acquisition from informal finance institutions is relatively quick, easy and flexible with less
transaction cost for the intermediate of borrowers.

Generally, the effectiveness and development of informal financial institution depends on the
participation of the household in those institutions. Informal financial institution was found out

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with logit model results that the most considerable factors that affect participation of the
household in the IFI in the study area were educational level of household, religion that the
household follows, marital status the household and occupation of the house hold. The study has
revealed that a relatively large proportion of the interviewed had a low level of education, of
which the majority had not finished Primary school. evident that many interviewees lacked
adequate information concerning the organizational structure of IFI as well as their obligations.
Yet at the same time, many low-educated clients who were not participating in IFI had not aware
of how to economize and accumulate funds through their participation in IFI.

The study has revealed that a relatively large portion of the respondents had engaged on privet
work than on government those few respondents in the area were not participate in IFI due to
some reason that they were not participate IFI especially in Iqqub is shortage of income and the
lack of interest rate in those IFI.
The major constraints that determine the participation of the household in informal financial
institution were identified as follows: no interest rates, too small loan sizes, Lack of training, no
government assistance, lack of efficient legal protection, backward by-laws and book-keeping
system, backward thinking about the informal financial institution and lack of awareness about
the economic contribution of IFI (from interview).
Lastly, from the conclusion the researcher went to say for anybody who went to do different
activity by using a research paper they should be tack care off. Because, it may have some
limitation due to different constraint and lack of experience in research so it may need further
research by adding more and more constraints variable to find the other determinant. But, the
paper used as guide line for either researcher or policy maker.

4. Outlook from Conclusion


All thus need to be adequately addressed in order to enhance the participation of household IFI and to
improve their livelihood in the study area. Based on the above mentioned points, the following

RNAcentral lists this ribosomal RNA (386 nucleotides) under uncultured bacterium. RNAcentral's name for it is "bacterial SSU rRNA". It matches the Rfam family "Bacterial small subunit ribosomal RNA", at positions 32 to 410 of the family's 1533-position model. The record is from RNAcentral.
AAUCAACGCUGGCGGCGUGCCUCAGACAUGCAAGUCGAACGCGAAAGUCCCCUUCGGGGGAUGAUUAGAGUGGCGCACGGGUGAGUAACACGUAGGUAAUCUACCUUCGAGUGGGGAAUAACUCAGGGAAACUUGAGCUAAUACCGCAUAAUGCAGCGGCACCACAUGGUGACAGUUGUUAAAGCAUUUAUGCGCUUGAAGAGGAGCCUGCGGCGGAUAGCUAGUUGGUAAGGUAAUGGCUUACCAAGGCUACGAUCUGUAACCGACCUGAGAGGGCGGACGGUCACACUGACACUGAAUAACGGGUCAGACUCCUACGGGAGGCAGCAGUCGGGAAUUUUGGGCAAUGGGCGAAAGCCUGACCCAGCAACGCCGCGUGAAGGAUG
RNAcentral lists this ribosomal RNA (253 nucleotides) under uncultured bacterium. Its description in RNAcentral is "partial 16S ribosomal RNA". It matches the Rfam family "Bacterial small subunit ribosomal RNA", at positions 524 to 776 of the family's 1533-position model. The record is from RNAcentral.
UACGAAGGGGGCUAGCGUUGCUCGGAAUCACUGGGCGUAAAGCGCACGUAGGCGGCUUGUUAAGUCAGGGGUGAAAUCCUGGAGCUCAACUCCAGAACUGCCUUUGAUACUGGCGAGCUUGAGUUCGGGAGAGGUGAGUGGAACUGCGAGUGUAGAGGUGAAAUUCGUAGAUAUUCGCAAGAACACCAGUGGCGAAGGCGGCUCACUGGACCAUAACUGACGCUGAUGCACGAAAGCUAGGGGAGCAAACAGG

recommendations could be given to promote the participation of the household in the informal financial
institutions in the study area. For the development of informal financial institutions, the active
participation of the household is base. So, to increase the participation of the household and their lively
hood, the major determinant factor of the household to participate in informal financial institution should
be avoided.

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The stake holder should be creating awareness and training about how to economize and
accumulate fund through participating in informal financial institution.
Provide information concerning the organizational structure as well as the obligation of informal
financial institutions for those who haven’t awareness about obligation of those institutions.
Organizing and participating the rural people to up grading their IFI in their area.
Establishing and strengthen the potential linkages between informal and formal institution, and
supported by-laws and book-keeping systems of these institutions should be updated and
systematized.
Policy makers should create an enabling environment rather than stifling (cool) the energies and
creativities of people participating in these indigenous and culturally appropriate financial
institutions, and appropriate policies need to transform existing traditional informal financial
institutions into modern one,
The informal sectors in the study area were evolved, through trial and error without government
assistance, so government support and assistance should be given to the informal financial
institutions.
Government should give legal protection for IFI from embezzlement and mismanagement by
swindlers and give reward especially for a person who participates actively in such informal
financial institution to increase the participant.
In the most part of rural area, the household’s lively hood is endangering. So, at least they should
be participating in their indigenous institutions to improve their lively hood if they cannot
participate in formal financial institution.
The privet, government or non-government organization who participates in formal financial
institution should give reward for rural household who is in better living standard by
participating in IFFI.
Stack holder should be aware the households they can be save, invest and become rich by using
IFFI by avoiding backward thinking about IFFI and Being start book keeping system by
cooperating with formal financial institution.
.

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REFERENCES
Assefa A, (2003). Rural finance in Ethiopia. Assessment of the financial products of micro
finance institutions. AEMFI, occasional paper No 12, Addis Abeba.

Dejene, A, (2003) Informal credit and informal market in developing countries. A preliminary
survey of literature. Addis Ababa Ethiopia.

Kejela S, J. (2006). Group based funerass insurance in Ethiopia and Tanzania. Working paper
227. Oxford center for the study of Africaneconomies, University of oxford

Selmon, (2003). Types of IF institution in Ethiopia. show that similar types of ROSCAS
institution are present in Ethiopia serving the society with both credit and saving function.

Teresa, (2006). Formal financial institutions. have not developed to expectation and have hardly
reached the rural population.